Typically dilution will be addressed in the classification of stock series. Anti-dilution clauses always appear in a term sheet - initial investers usually insist on it.
Anti-dilution protection would give the original investor rights to purchase an amount of stock of the new class to enable his interest to stay consistent. Alternatively a diluted average approach would convert the share value but not allow for the purchase of additional shares.
For instance if you issued 100 shares of Class A stock for 10,000 each the initial valuation would be 1,000,000. And if investor X owns 60 shares, investor X owns a majority of the company.
If you then issued another 100 shares of Class B (assume they carry the same ownership interest) stock for 5,000 each, the valuation for the company becomes 1,500,000.
Under an anti-dilution provision Investor X (a Class A holder) would have the right to 60 shares of Class B stock and his 60 shares of Class A stock would convert to 120 giving him a total of 180 (60+120) shares valued at $5,000 and keeping his ownership interest consistent. 180/300 = 60%.
Under a diluted approach there would now be 200 converted shares of Class A stock and 100 shares of Class B stock. All stock would move to the lower 5,000 valution and Investor X would own 120 shares (because his interest is now worth twice as many shares). However Investor X has no right to purchase Class B shares so hw sould own 120 shares of Class A stock. 120/300 is .40 so Investor X now only owns 40% of the company.
One way to achieve this result is to include a clause in the term shee that says:
"In the event that the Company issues additional securities in the future at a purchase price less than the Series A offer price, the additional securities class shall be adjusted in accordance with the following formula: Class A value will be reduced to the price at which the new share class are issued at and any additional shares that result from the lower price conversion will be distributed accordingly. Class A holders will have no guranteed right to purchase any quantity of new securities classes offered. This will apply to all future classes issued."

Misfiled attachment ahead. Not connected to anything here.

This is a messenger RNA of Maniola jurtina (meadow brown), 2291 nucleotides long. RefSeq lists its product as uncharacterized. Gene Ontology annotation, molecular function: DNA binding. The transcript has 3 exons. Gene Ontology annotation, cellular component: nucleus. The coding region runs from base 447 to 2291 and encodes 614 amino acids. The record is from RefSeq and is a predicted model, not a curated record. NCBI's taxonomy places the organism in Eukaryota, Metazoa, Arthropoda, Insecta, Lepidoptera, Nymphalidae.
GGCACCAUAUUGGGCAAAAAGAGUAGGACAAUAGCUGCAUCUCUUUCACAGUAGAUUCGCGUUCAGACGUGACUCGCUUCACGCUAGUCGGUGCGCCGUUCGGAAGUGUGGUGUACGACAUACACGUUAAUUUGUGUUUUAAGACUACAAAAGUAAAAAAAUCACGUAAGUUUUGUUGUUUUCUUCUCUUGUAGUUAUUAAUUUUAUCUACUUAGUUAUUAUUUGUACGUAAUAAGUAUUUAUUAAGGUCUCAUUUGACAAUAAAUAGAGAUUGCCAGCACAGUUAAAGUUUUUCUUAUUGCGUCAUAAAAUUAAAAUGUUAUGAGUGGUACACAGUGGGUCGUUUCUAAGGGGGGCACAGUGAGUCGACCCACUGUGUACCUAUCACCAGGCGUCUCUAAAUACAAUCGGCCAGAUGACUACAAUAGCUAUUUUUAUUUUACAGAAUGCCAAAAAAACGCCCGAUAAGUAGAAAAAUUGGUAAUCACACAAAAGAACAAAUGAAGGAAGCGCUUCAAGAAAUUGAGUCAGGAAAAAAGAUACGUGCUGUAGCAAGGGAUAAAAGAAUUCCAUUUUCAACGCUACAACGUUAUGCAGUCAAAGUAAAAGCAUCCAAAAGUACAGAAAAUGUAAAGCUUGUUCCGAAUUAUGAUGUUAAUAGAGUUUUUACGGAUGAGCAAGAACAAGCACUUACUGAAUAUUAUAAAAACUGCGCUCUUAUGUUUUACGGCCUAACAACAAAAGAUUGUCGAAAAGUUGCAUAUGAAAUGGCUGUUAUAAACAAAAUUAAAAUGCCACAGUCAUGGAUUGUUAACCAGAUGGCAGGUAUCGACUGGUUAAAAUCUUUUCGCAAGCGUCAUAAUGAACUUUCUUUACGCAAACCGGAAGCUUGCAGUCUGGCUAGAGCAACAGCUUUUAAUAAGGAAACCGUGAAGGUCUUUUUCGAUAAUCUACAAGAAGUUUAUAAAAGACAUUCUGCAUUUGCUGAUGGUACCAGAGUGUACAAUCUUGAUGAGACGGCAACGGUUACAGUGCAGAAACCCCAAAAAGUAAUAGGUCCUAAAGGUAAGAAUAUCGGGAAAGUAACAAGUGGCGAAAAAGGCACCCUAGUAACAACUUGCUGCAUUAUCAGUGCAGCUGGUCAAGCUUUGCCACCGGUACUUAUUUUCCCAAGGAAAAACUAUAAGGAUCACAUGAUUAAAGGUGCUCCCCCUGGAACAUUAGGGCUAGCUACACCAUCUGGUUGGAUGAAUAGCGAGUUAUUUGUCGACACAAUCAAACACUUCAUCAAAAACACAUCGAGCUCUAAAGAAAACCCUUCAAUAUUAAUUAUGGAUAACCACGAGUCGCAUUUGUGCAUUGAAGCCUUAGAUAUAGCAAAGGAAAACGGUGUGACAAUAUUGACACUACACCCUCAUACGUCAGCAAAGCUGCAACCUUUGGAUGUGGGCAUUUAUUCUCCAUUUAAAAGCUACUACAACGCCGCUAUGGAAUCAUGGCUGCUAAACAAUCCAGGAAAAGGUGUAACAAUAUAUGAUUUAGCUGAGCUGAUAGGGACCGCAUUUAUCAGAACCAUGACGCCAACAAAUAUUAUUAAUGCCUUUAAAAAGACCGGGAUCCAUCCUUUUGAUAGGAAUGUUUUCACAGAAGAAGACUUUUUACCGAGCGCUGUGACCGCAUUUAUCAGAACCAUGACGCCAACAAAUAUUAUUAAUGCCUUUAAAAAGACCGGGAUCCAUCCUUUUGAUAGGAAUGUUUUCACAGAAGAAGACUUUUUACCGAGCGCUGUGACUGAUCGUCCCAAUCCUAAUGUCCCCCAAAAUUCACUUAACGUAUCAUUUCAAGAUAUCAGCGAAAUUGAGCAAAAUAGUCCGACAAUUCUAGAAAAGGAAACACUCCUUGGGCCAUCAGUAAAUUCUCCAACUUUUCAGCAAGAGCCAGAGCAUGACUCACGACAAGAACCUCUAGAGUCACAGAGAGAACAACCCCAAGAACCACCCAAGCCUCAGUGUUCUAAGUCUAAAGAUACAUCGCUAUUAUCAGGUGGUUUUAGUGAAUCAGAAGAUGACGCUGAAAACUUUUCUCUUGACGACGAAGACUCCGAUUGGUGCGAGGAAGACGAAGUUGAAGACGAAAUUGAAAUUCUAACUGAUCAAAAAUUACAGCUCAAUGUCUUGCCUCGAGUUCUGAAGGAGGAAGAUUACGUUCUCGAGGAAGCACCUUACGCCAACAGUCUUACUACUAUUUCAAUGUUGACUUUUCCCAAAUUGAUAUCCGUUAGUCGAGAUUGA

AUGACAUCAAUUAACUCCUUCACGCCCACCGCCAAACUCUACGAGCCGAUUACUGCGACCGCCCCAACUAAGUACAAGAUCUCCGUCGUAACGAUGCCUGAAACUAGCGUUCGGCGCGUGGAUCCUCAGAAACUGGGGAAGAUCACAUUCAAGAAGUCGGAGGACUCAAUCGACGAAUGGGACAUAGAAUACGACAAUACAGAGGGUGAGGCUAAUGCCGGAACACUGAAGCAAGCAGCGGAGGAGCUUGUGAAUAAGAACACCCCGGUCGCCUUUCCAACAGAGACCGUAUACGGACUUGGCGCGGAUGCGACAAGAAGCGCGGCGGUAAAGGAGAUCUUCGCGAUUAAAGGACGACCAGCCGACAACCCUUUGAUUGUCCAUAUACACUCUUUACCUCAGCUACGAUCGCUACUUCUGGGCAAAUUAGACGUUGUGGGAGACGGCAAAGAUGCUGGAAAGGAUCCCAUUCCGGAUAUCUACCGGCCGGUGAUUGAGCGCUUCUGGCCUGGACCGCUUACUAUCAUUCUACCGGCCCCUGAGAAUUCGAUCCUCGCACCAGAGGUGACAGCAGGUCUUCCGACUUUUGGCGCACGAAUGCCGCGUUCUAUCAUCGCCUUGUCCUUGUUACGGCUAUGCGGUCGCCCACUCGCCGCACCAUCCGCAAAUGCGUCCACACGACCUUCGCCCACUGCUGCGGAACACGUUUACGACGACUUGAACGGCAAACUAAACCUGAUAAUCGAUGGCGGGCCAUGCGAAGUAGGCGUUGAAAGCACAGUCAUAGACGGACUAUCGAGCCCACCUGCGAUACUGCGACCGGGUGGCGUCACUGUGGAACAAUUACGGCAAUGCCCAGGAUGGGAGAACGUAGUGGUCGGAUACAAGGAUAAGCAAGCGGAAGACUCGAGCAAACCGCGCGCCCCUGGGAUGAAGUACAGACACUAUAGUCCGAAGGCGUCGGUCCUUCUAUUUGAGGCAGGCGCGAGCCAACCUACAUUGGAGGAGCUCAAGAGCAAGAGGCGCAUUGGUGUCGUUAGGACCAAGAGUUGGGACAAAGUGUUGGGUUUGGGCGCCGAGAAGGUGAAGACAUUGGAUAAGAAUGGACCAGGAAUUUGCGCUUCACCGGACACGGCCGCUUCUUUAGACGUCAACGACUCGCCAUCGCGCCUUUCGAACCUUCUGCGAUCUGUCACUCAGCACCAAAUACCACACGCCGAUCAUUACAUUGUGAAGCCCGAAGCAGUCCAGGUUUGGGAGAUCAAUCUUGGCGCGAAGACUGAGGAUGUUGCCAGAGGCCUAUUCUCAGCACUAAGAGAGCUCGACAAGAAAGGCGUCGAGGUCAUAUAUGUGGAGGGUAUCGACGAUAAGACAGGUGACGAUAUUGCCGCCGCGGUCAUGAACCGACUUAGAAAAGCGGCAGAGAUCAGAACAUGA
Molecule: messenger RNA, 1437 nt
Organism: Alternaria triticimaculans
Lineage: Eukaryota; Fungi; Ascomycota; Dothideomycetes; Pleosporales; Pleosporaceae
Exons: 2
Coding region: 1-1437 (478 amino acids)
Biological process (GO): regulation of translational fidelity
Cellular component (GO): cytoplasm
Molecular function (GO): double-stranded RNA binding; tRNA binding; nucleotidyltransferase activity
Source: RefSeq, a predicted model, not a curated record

This is a complicated matter and I am not providing legal advice just information. A key take away from this discussion is surely to use a banker for the calculations and a lawyer to business lawyer licensed in your jursidiction to negotiate this clause for you.
If my answer was satisfactory to you please accept the answer so I can receive credit for my response and please leave feedback if you found the information helpful. BONUSES are appreciated.Thank you.--------------------------------------------------------------------- AGAIN THE INFORMATION PROVIDED ABOVE IS NOT LEGAL ADVICE AND IS NOT IN ANY WAY INTENDED TO SUBSTITUTE FOR THE JUDGMENT AND COUNSEL OF AN ATTORNEY LICENSED IN YOUR JURISDICTION. THE ABOVE IS PROVIDED FOR INFORMATIONAL PURPOSES ONLY. AS A RESULT NO ATTORNEY-CLIENT RELATIONSHIP IS FORMED. --------------------------------------------------------------------
DISCLAIMER: Answers from Experts on JustAnswer are not substitutes for the advice of an attorney. JustAnswer is a public forum and questions and responses are not private or confidential or protected by the attorney-client privilege. The Expert above is not your attorney, and the response above is not legal advice. You should not read this response to propose specific action or address specific circumstances, but only to give you a sense of general principles of law that might affect the situation you describe. Application of these general principles to particular circumstances must be done by a lawyer who has spoken with you in confidence, learned all relevant information, and explored various options. Before acting on these general principles, you should hire a lawyer licensed to practice law in the jurisdiction to which your question pertains.
The responses above are from individual Experts, not JustAnswer. The site and services are provided “as is”. To view the verified credential of an Expert, click on the “Verified” symbol in the Expert’s profile. This site is not for emergency questions which should be directed immediately by telephone or in-person to qualified professionals. Please carefully read the Terms of Service (last updated February 8, 2012).